By Jesse Robitaille
Several Canadian exhibitors, including three literature entries, received noteworthy honours at the Thailand 2018 world stamp exhibition this month.
Specifically, in the adult multi-frame category, Canadian representatives were “very satisfied” with the country’s performance, said David McLaughlin, chair of The Royal Philatelic Society of Canada’s (RPSC) international liaison. Of the five Canadian multi-frame exhibits, two were first-time entries to a Fédération Internationale de Philatélie (FIP) show. Altogether, there were two gold winners; one large vermeil winner; one vermeil winner; and another large silver winner.
“The two golds were strong golds with 93 points each, and one of our new exhibits won a large vermeil the first time out, making it eligible for expansion to eight frames in future exhibitions,” said McLaughlin, who served as Canada’s national commissioner for Thailand 2018.
“Judges critiques at FIP shows are held at the frames, and from the feedback that I received, I think all the exhibits have the potential to move up at least one medal level.”
Canada’s multi-frame exhibitors included:
- McLaughlin, who earned one of the two golds with 93 points;
- Luc Legault, who received the other gold with 93 points;
- Ken Snelson, who received a large vermeil with 86 points;
- Ted Nixon, who received a vermeil with 83 points; and
- Michael Croy, who received a large silver with 78 points.
PEER GROUP COMPARISON
McLaughlin found these results to be a “mid-range” performance, although he warned comparing Canada’s performance with other countries is “difficult.”
The FIP tracks how many exhibits – and from which country – receive a vermeil or higher at least once in the past 10 years.
Since 2009, Canadian exhibitors have received 50 awards at the vermeil level or higher.
To create a “reasonable” peer group of eight countries, McLaughlin listed all other nations with between 45 and 55 qualifying exhibits. In addition to Canada, the peer group includes Austria, Chinese Taipei, Finland, Hong Kong, Korea, Pakistan and Russia.
“For Thailand, our adult multi-frame performance was midrange among our peer group, mostly because three other countries each had a large gold medal and one had four gold medals,” said McLaughlin. “The peer group analysis provides better insight when comparing the full year because of the larger sample and because our participation in exhibitions is more consistent than the peer group.”
There were two Canadian single-frame exhibitors entered into Thailand 2018, which ran Nov. 28-Dec. 3 in Bangkok.
They include Don Hedger and John McEntyre, who earned 78 points and 77 points, respectively, which “are quite respectable scores for one-frame exhibits internationally, McLaughlin said.
“We did much better than our peer group in the single-frame exhibit class,” he said, adding one of the two exhibits was a first-time entry.
“Only one other country in our peer group entered one-frame exhibits.”
While the other countries in Canada’s peer group have “traditionally done better” in the literature category, Canada’s literature entries “did very well” this year, McLaughlin said.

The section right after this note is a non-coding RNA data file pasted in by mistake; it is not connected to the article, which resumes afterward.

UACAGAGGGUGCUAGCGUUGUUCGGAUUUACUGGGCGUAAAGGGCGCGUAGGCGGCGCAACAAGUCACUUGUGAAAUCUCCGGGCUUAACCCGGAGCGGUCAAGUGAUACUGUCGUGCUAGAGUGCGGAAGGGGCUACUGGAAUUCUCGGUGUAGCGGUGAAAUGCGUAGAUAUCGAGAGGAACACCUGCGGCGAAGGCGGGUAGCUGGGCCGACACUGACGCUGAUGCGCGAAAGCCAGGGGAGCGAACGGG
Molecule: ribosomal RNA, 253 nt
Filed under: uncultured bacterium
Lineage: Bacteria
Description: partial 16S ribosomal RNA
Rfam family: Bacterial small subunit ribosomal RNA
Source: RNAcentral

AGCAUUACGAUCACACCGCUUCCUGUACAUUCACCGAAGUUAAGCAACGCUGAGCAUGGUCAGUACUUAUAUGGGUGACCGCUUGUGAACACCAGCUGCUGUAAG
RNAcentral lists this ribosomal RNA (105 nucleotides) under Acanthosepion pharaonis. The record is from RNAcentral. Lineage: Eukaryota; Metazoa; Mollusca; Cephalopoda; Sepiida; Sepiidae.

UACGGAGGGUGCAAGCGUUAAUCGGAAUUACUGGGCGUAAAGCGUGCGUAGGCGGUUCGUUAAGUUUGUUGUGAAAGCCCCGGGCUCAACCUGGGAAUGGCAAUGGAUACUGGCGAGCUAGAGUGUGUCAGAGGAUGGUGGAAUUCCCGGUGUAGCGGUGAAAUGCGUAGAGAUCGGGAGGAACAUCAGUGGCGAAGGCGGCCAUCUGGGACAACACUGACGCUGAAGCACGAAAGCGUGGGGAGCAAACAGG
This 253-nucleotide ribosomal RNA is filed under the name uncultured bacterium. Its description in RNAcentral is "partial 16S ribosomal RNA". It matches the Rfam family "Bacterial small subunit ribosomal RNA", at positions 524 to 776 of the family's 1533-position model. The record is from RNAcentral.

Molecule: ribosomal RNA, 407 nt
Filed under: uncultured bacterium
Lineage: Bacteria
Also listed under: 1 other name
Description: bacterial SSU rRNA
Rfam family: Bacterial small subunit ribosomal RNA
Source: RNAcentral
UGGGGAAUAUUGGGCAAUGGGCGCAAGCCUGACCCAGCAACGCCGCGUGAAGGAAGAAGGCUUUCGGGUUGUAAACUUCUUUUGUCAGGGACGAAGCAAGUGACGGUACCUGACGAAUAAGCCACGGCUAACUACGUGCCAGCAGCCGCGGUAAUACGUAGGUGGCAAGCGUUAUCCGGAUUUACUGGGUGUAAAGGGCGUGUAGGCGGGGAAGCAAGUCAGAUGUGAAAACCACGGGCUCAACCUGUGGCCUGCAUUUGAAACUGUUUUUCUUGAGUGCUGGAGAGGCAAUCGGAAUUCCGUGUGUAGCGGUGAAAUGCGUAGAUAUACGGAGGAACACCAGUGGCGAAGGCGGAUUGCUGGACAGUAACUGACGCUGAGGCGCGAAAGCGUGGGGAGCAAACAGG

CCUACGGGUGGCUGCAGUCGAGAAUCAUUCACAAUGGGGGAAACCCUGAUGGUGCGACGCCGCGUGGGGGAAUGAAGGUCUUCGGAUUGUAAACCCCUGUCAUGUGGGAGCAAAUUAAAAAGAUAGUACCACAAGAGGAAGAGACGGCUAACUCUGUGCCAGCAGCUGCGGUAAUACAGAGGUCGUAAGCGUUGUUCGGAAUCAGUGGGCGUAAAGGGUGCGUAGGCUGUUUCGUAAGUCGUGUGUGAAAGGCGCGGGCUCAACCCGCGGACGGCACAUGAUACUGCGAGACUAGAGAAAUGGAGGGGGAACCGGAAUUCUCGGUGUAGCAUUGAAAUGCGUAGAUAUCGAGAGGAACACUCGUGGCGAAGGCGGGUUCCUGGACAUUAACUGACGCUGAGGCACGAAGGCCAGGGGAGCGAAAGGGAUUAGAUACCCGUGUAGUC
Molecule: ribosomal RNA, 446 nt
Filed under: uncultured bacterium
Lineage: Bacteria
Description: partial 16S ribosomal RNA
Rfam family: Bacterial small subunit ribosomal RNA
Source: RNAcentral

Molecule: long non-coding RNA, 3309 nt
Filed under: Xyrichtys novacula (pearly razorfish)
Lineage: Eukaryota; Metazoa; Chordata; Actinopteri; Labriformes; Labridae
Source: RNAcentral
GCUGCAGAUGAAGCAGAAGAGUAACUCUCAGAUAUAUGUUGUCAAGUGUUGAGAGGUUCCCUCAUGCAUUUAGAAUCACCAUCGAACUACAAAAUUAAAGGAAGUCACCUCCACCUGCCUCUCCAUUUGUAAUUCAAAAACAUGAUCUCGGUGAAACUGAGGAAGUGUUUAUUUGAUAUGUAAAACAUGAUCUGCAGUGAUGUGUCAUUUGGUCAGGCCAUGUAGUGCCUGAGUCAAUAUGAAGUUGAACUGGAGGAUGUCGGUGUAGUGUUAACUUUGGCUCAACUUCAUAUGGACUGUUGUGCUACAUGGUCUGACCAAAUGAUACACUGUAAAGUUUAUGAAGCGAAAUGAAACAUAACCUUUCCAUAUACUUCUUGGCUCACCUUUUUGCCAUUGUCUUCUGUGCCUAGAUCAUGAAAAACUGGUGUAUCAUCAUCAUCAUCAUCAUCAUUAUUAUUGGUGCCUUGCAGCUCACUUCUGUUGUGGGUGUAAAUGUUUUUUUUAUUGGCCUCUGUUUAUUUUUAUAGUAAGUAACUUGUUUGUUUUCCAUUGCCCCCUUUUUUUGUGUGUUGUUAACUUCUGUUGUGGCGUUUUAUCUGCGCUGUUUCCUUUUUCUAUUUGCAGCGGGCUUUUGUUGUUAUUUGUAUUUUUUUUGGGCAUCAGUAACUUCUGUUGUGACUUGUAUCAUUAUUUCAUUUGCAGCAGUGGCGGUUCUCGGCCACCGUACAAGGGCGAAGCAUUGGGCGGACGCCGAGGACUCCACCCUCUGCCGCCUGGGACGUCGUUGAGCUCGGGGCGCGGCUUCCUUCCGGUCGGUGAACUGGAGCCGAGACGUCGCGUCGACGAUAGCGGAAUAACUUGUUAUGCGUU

In the six FIP exhibitions before Thailand, Canada entered only five literature exhibits altogether; however, with the help of three of Canada’s national philatelic societies, Canada entered three literature exhibits. This compares with an average of four entries for the six countries in Canada’s peer group that entered literature.
Canada’s entries into Thailand 2018 include:
- The Canadian Philatelist, the bimonthly publication of The RPSC, which received a large vermeil with 86 points;
- the PHSC Journal, which is published by the Postal History Society of Canada (PHSC) and received a large vermeil with 85 points; and
- 151 Personal Views of Canada, A Philatelic Sesquicentennial Project, which was published by the Philatelic Specialists Society of Canada (PSSC) and received a large silver with 73 points.
The PSSC entry – a celebratory book with pages for each year from 1867-2017 contributed by the society’s members – was in class 11A, philatelic books and research papers, the top medals of which went to “professionally edited and published commercial reference books,” said McLaughlin.
“I think that the silver medal at 73 points was a commendable achievement by the PSSC members,” he added.
Both The RPSC and PHSC publications were entered in class 11B, philatelic magazines and periodicals, which included 27 entries.
“Only one publication, The Gibbons Stamp Monthly, published commercially by Stanley Gibbons, received a higher score at 87 points.”
While some Canadian philatelic organizations are reluctant to enter their publications in competitions, McLaughlin said he hopes the recent successes “will encourage all our philatelic societies to support their authors’ and editors’ efforts through participation in international shows.”
“Copies of the books, catalogues and journals entered in these shows end up in the philatelic libraries of the host country.”
As for youth exhibits, Canada fared poorly compared to its peer group.
“Four members of our peer group had a total of 13 youth exhibits while we had none,” McLaughlin said, adding there were no exhibit fees for youth entries of Thailand 2018.
NEXT FIP EXHIBITION
The next FIP exhibition is China 2019, which will be held in Wuhan, China, from June 11-17.
A world general exhibition, China 2019 will feature 2,500 competitive frames across all FIP classes, including the new picture postcard class.
“I am hopeful that we can have several youth exhibits for China 2019 next June,” said McLaughlin, who added there are no exhibit fees for youth entries of China 2019.
To receive the exhibition prospectus and application form, which is due by the end of January, exhibitors can contact McLaughlin at firstname.lastname@example.org.